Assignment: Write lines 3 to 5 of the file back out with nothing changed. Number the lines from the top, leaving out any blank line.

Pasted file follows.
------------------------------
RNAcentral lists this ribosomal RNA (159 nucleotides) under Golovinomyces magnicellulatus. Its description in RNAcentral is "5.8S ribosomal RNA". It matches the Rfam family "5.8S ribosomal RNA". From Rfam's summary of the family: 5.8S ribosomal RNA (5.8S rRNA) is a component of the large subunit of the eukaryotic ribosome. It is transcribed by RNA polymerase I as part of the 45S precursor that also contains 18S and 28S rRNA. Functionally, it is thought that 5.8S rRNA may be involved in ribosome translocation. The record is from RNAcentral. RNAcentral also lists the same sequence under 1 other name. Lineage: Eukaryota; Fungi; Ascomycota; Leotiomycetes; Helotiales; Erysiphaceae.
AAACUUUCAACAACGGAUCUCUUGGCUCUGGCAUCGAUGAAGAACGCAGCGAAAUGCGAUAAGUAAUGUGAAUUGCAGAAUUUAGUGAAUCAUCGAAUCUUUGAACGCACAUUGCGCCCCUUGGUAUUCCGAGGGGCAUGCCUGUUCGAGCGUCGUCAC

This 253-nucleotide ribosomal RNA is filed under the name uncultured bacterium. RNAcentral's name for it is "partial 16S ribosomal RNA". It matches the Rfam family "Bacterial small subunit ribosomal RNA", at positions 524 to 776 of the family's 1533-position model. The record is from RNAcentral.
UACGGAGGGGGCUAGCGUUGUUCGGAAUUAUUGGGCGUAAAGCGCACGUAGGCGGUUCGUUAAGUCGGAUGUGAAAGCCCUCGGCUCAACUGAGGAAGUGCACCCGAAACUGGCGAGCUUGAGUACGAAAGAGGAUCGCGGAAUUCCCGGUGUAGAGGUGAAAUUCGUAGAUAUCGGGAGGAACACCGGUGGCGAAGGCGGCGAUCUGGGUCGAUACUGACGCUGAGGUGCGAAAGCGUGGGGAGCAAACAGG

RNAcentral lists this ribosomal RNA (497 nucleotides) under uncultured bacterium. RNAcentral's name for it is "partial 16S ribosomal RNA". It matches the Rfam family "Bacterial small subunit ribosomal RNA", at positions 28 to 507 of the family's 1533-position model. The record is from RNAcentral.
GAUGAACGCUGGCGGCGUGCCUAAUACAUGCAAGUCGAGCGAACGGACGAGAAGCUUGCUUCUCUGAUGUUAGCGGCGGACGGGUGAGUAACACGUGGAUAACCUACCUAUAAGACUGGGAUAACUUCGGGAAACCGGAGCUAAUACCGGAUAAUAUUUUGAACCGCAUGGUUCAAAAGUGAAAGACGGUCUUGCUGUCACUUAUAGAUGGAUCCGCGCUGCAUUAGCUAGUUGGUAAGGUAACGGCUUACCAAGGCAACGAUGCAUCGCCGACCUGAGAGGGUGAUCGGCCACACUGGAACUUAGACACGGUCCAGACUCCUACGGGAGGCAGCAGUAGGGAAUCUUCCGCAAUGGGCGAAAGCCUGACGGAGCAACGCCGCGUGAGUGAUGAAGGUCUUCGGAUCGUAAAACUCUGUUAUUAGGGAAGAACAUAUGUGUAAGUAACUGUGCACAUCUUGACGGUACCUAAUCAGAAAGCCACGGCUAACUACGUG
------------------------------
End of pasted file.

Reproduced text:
This 253-nucleotide ribosomal RNA is filed under the name uncultured bacterium. RNAcentral's name for it is "partial 16S ribosomal RNA". It matches the Rfam family "Bacterial small subunit ribosomal RNA", at positions 524 to 776 of the family's 1533-position model. The record is from RNAcentral.
UACGGAGGGGGCUAGCGUUGUUCGGAAUUAUUGGGCGUAAAGCGCACGUAGGCGGUUCGUUAAGUCGGAUGUGAAAGCCCUCGGCUCAACUGAGGAAGUGCACCCGAAACUGGCGAGCUUGAGUACGAAAGAGGAUCGCGGAAUUCCCGGUGUAGAGGUGAAAUUCGUAGAUAUCGGGAGGAACACCGGUGGCGAAGGCGGCGAUCUGGGUCGAUACUGACGCUGAGGUGCGAAAGCGUGGGGAGCAAACAGG

RNAcentral lists this ribosomal RNA (497 nucleotides) under uncultured bacterium. RNAcentral's name for it is "partial 16S ribosomal RNA". It matches the Rfam family "Bacterial small subunit ribosomal RNA", at positions 28 to 507 of the family's 1533-position model. The record is from RNAcentral.